|Music theory and composition||533||364||169||329||227||102||55||41||14|
|Musicology and ethnomusicology||48||26||22||48||16||32||44||21||23|
|Voice and opera||341||99||242||285||95||190||13||4||9|
|Arts, entertainment, and media management, general||531||233||298||307||81||226||0||0||0|
|Fine and studio arts management||594||140||454||483||91||392||9||1||8|
|Theatre/theatre arts management||206||58||148||53||18||35||0||0||0|
|Arts, entertainment, and media management, other||203||94||109||191||106||85||0||0||0|
|Visual and performing arts, other||481||202||279||311||96||215||11||6||5|
Employment statistics for fine arts majors
There are approximately 2,646,600 fine arts graduates on the market today, according to the Bureau of Labor Statistics. That number would include visual arts, music, theater, and art history in most institutions. 50% work in roles that require a bachelor’s degree or higher, and 23% work part-time.
Most importantly, though, are the most common jobs held by fine arts majors, which you can see in the bar graph and the chart below.
The data from the BLS indicates that fine arts grads gravitate toward teaching and design, witch graphic design being the single most common occupation.
|Job for fine arts majors||% of grads in job||Growth, 2020 – 2030|
|High school teachers||2%||+8%|
These are the main areas in which fine arts majors work:
- Art, design, and entertainment: 21%
- Education and libraries: 16%
- Management: 13%
- Sales: 8%
- Administration: 8%
- Other: 34%
Those tend to be median figures, which include fine arts majors at all stages of their careers. Data from the Federal Reserve Bank of New York indicates that fine arts majors have a high unemployment rate soon after graduation at 5.6%.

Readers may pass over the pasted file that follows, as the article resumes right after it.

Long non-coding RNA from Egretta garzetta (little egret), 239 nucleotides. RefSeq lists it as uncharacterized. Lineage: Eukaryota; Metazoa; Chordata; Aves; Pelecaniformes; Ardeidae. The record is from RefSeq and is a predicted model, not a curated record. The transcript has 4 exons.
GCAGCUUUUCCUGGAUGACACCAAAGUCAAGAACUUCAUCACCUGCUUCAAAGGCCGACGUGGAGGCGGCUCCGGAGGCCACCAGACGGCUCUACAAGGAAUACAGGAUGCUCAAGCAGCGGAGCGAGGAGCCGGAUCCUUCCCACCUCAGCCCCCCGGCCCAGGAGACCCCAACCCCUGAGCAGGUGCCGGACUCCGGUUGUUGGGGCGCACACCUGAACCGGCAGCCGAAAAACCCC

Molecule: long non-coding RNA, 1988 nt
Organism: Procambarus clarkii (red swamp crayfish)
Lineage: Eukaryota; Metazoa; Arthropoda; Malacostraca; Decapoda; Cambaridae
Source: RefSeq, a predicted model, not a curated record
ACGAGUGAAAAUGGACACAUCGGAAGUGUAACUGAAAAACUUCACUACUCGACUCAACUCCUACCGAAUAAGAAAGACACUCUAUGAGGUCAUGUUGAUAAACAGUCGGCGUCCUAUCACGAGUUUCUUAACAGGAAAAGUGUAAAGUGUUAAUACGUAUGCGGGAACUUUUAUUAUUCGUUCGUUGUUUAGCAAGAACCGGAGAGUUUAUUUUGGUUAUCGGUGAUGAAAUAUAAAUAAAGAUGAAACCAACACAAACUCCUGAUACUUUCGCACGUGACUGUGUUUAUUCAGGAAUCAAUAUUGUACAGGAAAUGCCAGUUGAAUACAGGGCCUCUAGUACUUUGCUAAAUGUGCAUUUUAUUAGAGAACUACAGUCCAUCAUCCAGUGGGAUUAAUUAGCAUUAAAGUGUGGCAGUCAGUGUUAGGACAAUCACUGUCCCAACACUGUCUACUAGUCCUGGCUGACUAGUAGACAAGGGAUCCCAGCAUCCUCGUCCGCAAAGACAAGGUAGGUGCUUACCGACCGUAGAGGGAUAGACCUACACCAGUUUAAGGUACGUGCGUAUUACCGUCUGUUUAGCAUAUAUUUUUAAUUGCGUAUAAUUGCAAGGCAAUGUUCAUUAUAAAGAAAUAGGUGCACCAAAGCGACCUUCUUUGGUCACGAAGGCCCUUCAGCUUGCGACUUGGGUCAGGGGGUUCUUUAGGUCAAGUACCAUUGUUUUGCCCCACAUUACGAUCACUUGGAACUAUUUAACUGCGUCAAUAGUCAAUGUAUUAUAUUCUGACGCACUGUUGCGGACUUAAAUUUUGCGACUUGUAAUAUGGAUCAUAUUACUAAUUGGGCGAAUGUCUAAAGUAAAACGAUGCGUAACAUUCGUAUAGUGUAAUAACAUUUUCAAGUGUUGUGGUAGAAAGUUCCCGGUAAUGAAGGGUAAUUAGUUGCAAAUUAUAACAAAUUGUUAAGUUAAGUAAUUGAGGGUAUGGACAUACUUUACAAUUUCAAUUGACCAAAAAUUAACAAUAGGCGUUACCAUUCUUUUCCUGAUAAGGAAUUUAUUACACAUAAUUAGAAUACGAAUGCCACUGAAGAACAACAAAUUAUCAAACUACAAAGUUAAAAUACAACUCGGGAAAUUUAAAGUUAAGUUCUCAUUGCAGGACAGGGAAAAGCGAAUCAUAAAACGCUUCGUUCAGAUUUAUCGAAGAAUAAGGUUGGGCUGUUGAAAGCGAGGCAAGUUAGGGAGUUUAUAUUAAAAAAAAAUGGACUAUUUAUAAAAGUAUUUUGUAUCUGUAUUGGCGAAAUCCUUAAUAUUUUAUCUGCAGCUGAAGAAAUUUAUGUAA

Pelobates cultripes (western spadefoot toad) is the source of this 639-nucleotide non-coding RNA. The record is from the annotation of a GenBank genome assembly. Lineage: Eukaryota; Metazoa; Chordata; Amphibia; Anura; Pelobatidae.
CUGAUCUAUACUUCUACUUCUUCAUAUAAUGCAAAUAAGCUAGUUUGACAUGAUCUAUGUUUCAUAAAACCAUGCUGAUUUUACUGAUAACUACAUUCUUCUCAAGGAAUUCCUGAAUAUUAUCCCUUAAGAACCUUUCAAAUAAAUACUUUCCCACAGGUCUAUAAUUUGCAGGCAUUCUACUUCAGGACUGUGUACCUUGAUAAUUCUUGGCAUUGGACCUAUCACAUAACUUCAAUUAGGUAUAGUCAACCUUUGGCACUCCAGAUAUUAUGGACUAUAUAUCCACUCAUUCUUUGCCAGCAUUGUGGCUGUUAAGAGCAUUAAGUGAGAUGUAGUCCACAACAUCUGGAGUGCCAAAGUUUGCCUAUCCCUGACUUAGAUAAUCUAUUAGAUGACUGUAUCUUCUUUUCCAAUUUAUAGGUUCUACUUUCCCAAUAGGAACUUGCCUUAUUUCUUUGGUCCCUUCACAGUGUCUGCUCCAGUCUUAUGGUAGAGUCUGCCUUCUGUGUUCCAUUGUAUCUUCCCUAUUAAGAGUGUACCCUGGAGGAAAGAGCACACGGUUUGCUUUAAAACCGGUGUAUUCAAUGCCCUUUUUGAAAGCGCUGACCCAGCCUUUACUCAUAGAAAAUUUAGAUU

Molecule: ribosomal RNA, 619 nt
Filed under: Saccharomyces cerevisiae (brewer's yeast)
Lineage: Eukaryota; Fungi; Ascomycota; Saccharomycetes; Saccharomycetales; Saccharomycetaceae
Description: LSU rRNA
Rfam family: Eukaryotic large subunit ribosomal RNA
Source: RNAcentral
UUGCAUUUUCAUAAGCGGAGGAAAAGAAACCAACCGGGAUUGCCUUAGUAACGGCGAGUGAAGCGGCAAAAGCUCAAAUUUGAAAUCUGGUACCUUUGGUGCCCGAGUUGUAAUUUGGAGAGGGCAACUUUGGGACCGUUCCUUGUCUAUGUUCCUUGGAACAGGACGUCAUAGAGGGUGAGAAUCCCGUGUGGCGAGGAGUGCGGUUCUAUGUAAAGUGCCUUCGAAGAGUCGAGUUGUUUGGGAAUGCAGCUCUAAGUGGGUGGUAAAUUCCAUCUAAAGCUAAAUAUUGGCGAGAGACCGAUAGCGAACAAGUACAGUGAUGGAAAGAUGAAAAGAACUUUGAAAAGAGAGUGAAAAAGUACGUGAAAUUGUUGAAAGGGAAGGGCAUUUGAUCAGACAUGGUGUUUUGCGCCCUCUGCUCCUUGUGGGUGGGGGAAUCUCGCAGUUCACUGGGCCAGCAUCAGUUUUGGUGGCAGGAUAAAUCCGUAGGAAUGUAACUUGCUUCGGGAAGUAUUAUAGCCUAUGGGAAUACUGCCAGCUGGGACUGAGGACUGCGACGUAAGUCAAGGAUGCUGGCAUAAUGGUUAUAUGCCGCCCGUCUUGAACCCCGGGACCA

You can see the comparison graph below.
Fine arts majors also experience a high underemployment rate in their early careers, reaching as high as 58.4% (also reported by the Federal Reserve Bank of New York). In the liberal arts and humanities, only anthropology exceeds that number. You can see the comparison in the bar graph below.
Salary data for fine arts majors
According to the Bureau of Labor Statistics, the median salary for fine arts majors in the United States is $42,000.
That’s on the low end of earnings for humanities graduates when compared to other median salaries recorded by the BLS. This is how those medians compare.
- Archaeology and anthropology average salary: $66,000
- Political science average salary: $64,000
- History average salary: $60,000
- Philosophy and religious studies average salary: $55,000
- Law average salary: $53,000
- English average salary: $51,000
- Visual and performing arts average salary: $42,000
However, you can see the median salary earned for fine arts majors on an annual basis right here. This data comes from the Hamilton Project, a part of the Brookings Institute.
The data shows that fine arts majors represent a fairly large portion of college graduates, but they often struggle to build momentum in their early careers. They also tend to have lower median salaries than other disciplines, even when compared to graduates from other programs within the humanities.
However, that doesn’t necessarily mean the fine arts are a “poor choice.” The data also shows that the most popular jobs among fine arts majors are in teaching and design, which are both popular career paths with the potential for high earning power and relative job security.
Sources: NCES, BLS, FRBNY, Hamilton Project